Meanwhile contradicting the findings of the prison authorities, the police officials analysing the footage of the prison said the Islamist detainees carried three prayer caps from the prison to the court. Of the three two caps were white and the other was black, but none of them had IS logo.

Prison guards frisked them and sensed the caps, but did not seize those thinking those as simple prayer caps, which is generally used by most Muslim prisoners in jails.  The prison guards did not think that of the caps at least one was with IS logo.
On December 3 the convict told a Dhaka court that he got the prayer cap with the IS logo from an unknown person on the crowded court premises on November 27.

"I don't know the person who gave it to me," responded the convict after Judge Md Majibur Rahman of the Anti-Terrorism Special Tribunal of Dhaka asked him about the cap. Replying to a query, the convict said he took the cap and wore it as it was inscribed with words of the Kalima, the declaration of Islamic faith. Responding to another question, he said he himself gave a cap to another fellow death-row convict
Concerned circles believe at this stage law enforcers could seek permission from the court to take the convict on fresh remand for interrogating the convict on emergence of the cap at the court premises. Following interrogation in the remand the truth would have come out.

If the statement of the convict was true, the law enforcers, the intelligence and the authorities should have taken the matter more seriously as it implies that there are certain elements who amid foolproof security are capable to reach the cap or any materials including the lethal ones to the criminals at any and anywhere they want.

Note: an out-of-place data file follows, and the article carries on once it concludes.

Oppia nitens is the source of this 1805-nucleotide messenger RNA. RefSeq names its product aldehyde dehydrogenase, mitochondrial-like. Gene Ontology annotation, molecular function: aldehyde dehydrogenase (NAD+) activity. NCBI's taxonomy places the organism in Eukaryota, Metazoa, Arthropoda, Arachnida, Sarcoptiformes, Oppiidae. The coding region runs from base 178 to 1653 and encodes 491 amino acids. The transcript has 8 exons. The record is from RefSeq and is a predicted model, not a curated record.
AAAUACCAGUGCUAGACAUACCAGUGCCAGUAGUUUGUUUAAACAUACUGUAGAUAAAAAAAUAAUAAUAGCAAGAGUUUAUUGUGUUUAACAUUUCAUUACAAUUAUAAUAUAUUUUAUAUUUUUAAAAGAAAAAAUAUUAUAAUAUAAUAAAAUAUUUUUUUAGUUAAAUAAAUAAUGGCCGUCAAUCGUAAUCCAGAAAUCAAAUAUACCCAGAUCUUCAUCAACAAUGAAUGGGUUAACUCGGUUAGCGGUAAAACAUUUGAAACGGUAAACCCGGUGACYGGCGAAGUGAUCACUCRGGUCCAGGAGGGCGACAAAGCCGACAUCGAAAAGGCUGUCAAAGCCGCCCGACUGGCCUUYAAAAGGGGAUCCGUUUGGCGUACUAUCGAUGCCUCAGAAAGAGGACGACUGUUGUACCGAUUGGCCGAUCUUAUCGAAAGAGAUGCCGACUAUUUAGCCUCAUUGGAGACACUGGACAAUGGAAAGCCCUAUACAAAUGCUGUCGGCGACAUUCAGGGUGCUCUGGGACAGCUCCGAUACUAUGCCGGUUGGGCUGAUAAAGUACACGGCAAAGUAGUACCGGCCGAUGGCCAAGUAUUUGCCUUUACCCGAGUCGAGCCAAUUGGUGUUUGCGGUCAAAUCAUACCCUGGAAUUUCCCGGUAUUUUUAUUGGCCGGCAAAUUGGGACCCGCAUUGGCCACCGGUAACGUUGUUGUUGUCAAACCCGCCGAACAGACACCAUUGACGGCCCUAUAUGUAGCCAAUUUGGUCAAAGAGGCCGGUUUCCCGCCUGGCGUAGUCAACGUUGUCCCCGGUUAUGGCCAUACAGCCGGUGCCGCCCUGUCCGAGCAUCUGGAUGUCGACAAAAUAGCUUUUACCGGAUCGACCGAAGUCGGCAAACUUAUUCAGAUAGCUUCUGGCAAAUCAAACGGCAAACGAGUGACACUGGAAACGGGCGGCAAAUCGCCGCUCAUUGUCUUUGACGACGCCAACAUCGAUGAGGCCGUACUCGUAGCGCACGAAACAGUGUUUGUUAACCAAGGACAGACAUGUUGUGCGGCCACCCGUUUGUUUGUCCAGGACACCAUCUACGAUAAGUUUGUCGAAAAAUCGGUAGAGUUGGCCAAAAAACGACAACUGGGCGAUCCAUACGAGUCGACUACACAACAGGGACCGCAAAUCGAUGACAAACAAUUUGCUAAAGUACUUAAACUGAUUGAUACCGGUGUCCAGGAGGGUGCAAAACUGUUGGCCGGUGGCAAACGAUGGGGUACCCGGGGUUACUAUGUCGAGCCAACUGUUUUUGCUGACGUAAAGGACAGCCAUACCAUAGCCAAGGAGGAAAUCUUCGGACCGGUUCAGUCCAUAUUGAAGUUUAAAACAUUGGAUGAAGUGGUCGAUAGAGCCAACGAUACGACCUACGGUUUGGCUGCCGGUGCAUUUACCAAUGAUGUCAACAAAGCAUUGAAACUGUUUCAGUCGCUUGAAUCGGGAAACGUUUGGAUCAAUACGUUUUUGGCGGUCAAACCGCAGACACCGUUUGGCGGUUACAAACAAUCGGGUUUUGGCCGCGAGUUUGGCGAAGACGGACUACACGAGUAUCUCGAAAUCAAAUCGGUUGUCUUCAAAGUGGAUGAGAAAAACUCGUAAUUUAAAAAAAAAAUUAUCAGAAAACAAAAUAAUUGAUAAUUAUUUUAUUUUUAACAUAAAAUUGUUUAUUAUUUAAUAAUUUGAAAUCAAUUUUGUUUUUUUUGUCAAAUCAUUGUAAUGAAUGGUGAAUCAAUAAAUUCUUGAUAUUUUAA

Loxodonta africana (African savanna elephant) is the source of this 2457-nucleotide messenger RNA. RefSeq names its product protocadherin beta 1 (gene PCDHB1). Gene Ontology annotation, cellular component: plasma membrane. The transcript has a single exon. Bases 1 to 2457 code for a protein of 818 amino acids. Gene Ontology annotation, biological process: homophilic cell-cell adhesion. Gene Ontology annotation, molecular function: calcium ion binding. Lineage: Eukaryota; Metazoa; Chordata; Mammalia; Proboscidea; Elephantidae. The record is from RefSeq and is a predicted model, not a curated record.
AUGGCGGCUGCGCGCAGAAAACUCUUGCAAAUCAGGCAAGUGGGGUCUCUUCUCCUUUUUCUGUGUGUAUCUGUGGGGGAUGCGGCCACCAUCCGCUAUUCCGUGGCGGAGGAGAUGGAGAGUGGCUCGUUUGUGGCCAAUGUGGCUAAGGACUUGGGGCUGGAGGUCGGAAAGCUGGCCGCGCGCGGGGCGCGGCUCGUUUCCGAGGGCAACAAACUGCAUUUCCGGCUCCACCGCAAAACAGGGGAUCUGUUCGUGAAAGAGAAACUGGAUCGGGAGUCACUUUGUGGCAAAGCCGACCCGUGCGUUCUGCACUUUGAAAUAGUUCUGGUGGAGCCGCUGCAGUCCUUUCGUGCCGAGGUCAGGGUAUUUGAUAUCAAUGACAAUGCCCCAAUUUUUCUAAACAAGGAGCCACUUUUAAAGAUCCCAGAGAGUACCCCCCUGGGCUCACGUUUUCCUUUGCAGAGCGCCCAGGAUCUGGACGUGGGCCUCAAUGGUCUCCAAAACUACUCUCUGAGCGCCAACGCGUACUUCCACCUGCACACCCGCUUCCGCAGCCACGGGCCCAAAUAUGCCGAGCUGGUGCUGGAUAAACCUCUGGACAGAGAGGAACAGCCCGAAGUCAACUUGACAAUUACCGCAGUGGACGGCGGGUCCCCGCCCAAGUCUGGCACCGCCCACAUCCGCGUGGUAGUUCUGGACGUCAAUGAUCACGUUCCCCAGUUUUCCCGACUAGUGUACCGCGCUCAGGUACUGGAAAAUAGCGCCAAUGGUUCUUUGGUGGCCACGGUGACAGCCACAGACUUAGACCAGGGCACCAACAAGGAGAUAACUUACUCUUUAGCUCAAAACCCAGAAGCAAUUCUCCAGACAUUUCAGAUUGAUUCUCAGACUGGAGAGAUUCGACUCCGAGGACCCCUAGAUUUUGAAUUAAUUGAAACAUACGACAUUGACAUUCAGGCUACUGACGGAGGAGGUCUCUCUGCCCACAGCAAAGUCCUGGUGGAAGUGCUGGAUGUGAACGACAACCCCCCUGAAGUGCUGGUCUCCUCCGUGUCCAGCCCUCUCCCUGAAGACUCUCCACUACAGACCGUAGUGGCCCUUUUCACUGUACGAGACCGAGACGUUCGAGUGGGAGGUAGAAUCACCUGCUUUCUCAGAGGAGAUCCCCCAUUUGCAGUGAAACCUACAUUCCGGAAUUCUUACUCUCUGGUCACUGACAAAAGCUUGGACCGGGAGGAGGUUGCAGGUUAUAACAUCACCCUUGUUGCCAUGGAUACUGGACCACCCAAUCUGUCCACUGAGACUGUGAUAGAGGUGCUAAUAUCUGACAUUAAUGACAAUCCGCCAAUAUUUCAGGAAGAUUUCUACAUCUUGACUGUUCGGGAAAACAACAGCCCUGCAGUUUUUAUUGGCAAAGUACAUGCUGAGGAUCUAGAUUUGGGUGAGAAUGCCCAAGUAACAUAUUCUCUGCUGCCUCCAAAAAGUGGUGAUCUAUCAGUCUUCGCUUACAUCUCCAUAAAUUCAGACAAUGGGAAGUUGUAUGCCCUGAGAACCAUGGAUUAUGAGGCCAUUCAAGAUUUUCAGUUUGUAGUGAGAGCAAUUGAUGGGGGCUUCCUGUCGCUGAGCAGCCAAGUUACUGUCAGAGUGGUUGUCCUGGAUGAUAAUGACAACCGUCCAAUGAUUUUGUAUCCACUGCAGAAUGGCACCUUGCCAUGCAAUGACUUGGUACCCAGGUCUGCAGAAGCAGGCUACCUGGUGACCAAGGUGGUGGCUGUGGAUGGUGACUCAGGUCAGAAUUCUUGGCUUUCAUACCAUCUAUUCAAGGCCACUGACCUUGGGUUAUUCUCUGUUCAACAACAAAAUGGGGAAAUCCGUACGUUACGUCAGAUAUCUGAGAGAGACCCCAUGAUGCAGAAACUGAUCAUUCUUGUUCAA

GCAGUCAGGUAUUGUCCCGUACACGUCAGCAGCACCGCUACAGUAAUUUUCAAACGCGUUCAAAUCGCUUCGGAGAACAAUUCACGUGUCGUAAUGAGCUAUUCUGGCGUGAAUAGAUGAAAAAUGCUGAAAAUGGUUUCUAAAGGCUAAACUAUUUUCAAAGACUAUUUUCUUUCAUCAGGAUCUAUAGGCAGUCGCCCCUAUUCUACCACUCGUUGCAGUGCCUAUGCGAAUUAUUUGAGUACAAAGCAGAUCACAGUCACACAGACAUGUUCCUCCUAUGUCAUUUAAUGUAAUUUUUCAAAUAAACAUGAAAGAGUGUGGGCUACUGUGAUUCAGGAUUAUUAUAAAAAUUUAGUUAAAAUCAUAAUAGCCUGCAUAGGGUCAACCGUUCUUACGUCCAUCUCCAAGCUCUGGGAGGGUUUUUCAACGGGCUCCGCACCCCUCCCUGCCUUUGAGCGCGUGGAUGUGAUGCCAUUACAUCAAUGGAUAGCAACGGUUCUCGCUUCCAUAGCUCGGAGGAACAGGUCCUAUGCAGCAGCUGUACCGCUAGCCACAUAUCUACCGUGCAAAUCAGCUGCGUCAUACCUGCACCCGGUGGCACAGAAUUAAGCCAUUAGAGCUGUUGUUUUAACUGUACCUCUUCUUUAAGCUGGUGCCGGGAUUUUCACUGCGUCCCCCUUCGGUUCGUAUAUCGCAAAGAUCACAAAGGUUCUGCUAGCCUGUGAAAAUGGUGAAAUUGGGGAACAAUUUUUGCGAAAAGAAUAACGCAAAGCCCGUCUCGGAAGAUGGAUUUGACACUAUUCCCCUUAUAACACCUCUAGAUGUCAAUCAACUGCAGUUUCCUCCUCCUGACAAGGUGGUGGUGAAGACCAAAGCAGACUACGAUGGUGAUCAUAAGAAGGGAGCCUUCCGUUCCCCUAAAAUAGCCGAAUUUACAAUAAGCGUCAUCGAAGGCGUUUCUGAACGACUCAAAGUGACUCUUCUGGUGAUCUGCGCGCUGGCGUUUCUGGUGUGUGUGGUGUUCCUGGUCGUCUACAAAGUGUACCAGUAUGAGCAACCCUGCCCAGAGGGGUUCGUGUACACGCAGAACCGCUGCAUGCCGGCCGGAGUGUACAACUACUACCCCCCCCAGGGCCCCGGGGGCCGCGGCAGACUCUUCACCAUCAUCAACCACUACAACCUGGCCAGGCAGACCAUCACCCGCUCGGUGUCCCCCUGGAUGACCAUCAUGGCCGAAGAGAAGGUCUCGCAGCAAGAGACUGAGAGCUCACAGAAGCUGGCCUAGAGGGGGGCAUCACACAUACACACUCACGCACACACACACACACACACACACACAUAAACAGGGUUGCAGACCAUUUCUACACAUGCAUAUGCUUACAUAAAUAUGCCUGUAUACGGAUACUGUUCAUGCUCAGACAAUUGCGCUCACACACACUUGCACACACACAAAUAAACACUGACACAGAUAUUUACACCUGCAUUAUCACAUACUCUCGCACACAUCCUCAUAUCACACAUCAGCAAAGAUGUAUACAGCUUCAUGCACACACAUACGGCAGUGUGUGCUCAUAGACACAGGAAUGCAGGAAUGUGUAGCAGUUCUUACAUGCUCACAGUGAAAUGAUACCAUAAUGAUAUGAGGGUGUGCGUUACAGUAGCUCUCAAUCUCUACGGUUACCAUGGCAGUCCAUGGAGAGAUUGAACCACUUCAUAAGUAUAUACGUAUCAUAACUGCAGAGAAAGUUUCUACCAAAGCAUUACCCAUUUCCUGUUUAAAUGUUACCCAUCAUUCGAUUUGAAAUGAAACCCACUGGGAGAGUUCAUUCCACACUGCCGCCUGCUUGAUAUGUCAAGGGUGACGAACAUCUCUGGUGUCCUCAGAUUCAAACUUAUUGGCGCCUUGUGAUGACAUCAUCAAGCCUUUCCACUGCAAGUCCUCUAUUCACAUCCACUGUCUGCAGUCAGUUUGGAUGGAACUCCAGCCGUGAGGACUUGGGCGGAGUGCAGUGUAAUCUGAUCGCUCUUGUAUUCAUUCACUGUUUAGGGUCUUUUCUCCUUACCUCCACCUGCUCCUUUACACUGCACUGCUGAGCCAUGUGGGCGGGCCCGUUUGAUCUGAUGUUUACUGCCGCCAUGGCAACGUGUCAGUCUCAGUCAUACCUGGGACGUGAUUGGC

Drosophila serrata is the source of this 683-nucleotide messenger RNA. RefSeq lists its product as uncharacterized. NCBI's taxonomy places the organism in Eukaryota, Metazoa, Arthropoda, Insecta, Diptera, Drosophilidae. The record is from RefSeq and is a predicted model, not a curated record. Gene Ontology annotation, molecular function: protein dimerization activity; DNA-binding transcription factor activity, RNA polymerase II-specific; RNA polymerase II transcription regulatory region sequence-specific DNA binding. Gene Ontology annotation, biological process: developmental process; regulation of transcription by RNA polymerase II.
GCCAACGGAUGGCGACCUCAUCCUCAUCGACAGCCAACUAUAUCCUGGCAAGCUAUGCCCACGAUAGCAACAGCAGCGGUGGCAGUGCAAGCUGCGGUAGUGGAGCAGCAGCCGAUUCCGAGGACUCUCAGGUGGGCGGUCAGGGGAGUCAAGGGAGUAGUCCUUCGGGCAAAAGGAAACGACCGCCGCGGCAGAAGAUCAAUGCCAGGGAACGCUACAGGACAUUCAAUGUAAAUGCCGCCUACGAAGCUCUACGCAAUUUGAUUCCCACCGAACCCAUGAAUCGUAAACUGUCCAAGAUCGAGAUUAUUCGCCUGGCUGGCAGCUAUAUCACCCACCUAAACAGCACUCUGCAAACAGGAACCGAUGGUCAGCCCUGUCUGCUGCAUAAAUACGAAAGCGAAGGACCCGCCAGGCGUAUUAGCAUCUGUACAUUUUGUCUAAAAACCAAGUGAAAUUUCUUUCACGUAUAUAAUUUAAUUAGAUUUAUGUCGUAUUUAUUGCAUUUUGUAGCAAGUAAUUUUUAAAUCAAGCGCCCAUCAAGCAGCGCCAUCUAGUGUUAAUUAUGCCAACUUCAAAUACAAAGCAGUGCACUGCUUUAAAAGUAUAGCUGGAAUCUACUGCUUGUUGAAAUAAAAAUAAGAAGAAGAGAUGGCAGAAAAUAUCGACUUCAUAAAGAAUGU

Police said on November 28 last, in their primary probe, had found that the caps were brought from the Keraniganj prison while prisons officials on November 29 said there is no chance of collecting the caps from the prison. They claimed they had analysed CCTV footage and found no negligence of the prison staffers. They said the caps were handed over to the militants by other person's at the court.

The particular convict and six other militants were handed death penalty for their involvement in the July 1, 2016 Holey Artisan Bakery attack. As soon as a Dhaka court completed the café attack case judgement delivery on November 27, the particular convict while in the dock, wore the cap having the logo of IS, a global militant outfit.
He still had the cap on when police brought him out of the courtroom and took him to a prison van parked on the court premises. Police personnel who escorted him even did not seize the cap and he boarded on the prison van with the cap on.

However, according to an intelligence unit, all the three caps including one with IS logo were not supplied to the convicts by anyone at the court, but those were brought from the prison where the convicts themselves produced after collecting cloths and threads and needles.  And the logo was actually the Kalima - the declaration by uttering which one claims to be a Muslim having unconditional trust on Allah and His messenger (Hazrat) Muhammad (peace be upon him).

Policemen escorting the convicted militants did not seize the cap then and there due to their negligence and the ignorance. Most of the policemen and prison guards in lower ranks and files have different attitudes towards the Islamist militants, who can kill themselves instantly if required while hitting government forces in pursuit of establishing Sharia law - based Islamic state or to escape arrest in the hand of the infidels employed by secular or unIslamic governments. Those policemen and prison guards like some people who have no deep knowledge in Islam, think that the convicts when executed will be hosted in heaven by the Almighty Allah.

Under the circumstances, according to experts, it is imperative to hold courses anew for the prison guards and law enforcers so that they handle the Islamist detainees and the convicts as the ruthless cold blooded killers and not as the guests of heaven.

The author is Business Editor,
The Daily Observer